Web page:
With billions of dollars in weapons, the West has sought to give Ukraine the upper hand in its war with Russia. But the dizzying array of arms headed to the battlefield could make it hard for troops to tell friends from foes.
So the U.S. Army has come up with a new training tool seemingly designed for the conflict: a set of playing cards with pictures of 52 different NATO-made tanks, armored personnel carriers, trucks, artillery pieces and other weapons systems, plus two jokers.
The idea, said Maj. Andrew Harshbarger, a spokesman for the Army’s Training and Doctrine Command, is to enable soldiers to quickly “identify enemy equipment and distinguish the equipment from friendly forces.”
The Pentagon has issued similar decks in the past to help forces familiarize themselves with elements of warfare over a hard-fought game of spades, hearts or poker. Each card has a picture of a weapons system, along with its name, the country where it is manufactured, its export destinations and its main armament.
Earlier decks have featured Chinese, Russian and Iranian military equipment. The idea goes back to at least World War II, when a pack showed fighter planes used by allies and adversaries. Playing cards depicting the U.S. government’s most wanted Iraqi fugitives, distributed during the American-led invasion in 2003, famously featured Saddam Hussein as the ace of spades.
In a statement, Major Harshbarger did not specifically say the new cards were aimed at helping with Ukraine’s fight against Russia. But he said they could be used across military services, and at all levels up the chain of command, and focused on “NATO equipment that has proliferated to non-NATO countries.”
Nowhere in the world is that more pertinent now than in Ukraine, where NATO states and allies have flooded the battle zone over the last year with an estimated $68 billion in commitments for weapons and military aid — the vast majority of that from the United States. Since the Russian invasion in February 2022, Ukraine has become the world’s third-largest arms importer, according to the Stockholm International Peace Research Institute.
Many of the weapons systems shown in the new deck have either been sent to Ukraine in the last year or are being used to train Ukrainian troops. Some are still under consideration for donation by NATO allies intent on Russia’s retreat.
There is no apparent hierarchy of importance in the deck. The German-made Gepard antiaircraft gun — at least three dozen of which Berlin has sent to Ukraine — is the seven of spades. The six of clubs is the potent M142 HIMARS system, an American mobile launching pad for guided missiles that helped Ukraine claw back territory from Russia last summer. France’s Caesar howitzer is the two of hearts.
Most, but not all, of the face cards feature American systems: the Bradley Fighting Vehicle (the queen of hearts); the M1 Abrams tank (the king of clubs); and M113 armored personnel carrier (the ace of spades). One of the jokers is the Stinger shoulder-fired missile that is manufactured by the United States, Germany and Turkey.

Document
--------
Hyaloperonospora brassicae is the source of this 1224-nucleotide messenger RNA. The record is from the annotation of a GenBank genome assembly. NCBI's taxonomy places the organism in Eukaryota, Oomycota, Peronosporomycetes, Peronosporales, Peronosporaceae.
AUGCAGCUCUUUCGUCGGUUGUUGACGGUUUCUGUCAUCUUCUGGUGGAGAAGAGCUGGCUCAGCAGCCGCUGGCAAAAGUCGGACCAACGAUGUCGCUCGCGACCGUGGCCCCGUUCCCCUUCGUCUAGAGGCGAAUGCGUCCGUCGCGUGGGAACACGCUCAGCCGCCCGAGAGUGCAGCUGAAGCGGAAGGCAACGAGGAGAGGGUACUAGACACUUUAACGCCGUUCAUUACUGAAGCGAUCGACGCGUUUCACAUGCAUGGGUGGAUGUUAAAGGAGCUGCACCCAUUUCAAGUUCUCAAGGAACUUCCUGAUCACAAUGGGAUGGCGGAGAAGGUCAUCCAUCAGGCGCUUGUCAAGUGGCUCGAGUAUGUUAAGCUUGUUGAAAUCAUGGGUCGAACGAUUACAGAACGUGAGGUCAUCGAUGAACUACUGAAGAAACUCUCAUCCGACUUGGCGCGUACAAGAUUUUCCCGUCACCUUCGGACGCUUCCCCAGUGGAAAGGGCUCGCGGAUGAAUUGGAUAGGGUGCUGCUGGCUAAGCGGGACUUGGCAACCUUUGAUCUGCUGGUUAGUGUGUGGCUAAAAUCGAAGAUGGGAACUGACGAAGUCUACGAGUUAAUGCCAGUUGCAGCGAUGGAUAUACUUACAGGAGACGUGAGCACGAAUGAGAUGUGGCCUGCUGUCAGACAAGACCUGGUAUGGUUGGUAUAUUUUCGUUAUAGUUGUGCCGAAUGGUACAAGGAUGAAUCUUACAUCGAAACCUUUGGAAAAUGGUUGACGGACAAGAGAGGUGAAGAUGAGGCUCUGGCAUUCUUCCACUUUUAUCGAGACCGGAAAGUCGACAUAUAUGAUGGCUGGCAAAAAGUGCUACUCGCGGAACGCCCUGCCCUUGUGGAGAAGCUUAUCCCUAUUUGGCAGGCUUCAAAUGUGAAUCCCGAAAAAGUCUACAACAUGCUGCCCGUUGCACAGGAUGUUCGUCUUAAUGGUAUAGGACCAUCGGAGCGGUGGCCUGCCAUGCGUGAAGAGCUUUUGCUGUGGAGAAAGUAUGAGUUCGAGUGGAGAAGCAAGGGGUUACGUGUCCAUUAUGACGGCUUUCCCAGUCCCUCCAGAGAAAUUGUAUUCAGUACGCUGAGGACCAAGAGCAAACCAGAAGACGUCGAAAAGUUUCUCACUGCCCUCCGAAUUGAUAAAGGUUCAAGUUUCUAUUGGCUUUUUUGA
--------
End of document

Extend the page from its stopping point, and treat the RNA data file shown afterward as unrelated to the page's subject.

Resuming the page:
But some of the cards may unintentionally tip the hand of states that have tried to be opaque about the matériel they are sending.
The jack of hearts, for example, is an American-made UH-60 Black Hawk helicopter, one of which was recently revealed to be in the possession of Ukraine’s military intelligence services. But the Biden administration has not disclosed that it is sending Black Hawks to the war, nor have other countries that have bought them — which, according to the cards, include Bahrain, Egypt, Jordan, Saudi Arabia, the United Arab Emirates and, before the Taliban seized the government in 2021, Afghanistan.
Similarly, France reportedly remains undecided on whether to send Leclercs, its main battle tanks, to Ukraine. The Leclerc is the eight of hearts in the new deck.
The cards will be printed over the next month, and officials said it’s expected they will be made available to American, NATO and Ukrainian troops. The Ukrainians are likely to need them the most as they slog through not just a fog of war but also a menagerie of foreign weapons systems, some of which they are still learning to use.
The cards could also help American and NATO troops who are responsible for receiving weapons from around the world and shipping them into Ukraine.
Christopher Skaluba, a senior Pentagon strategy and force development official during the Obama administration, said he knew of no previous deck of cards solely of NATO weapons, and that it could prove helpful not only to troops on the front lines and in logistics hubs, but also to officials in Western capitals deciding what systems to send to Ukraine.
It was impressive that Ukrainian forces have already absorbed the unfamiliar weaponry, he said, and as more complex systems are sent to the battlefield, “this seems like a super-fun way to recognize that effort and that success.”
“I’d love to have a pack for myself,” said Mr. Skaluba, now the director of the Transatlantic Security Initiative at the Atlantic Council in Washington.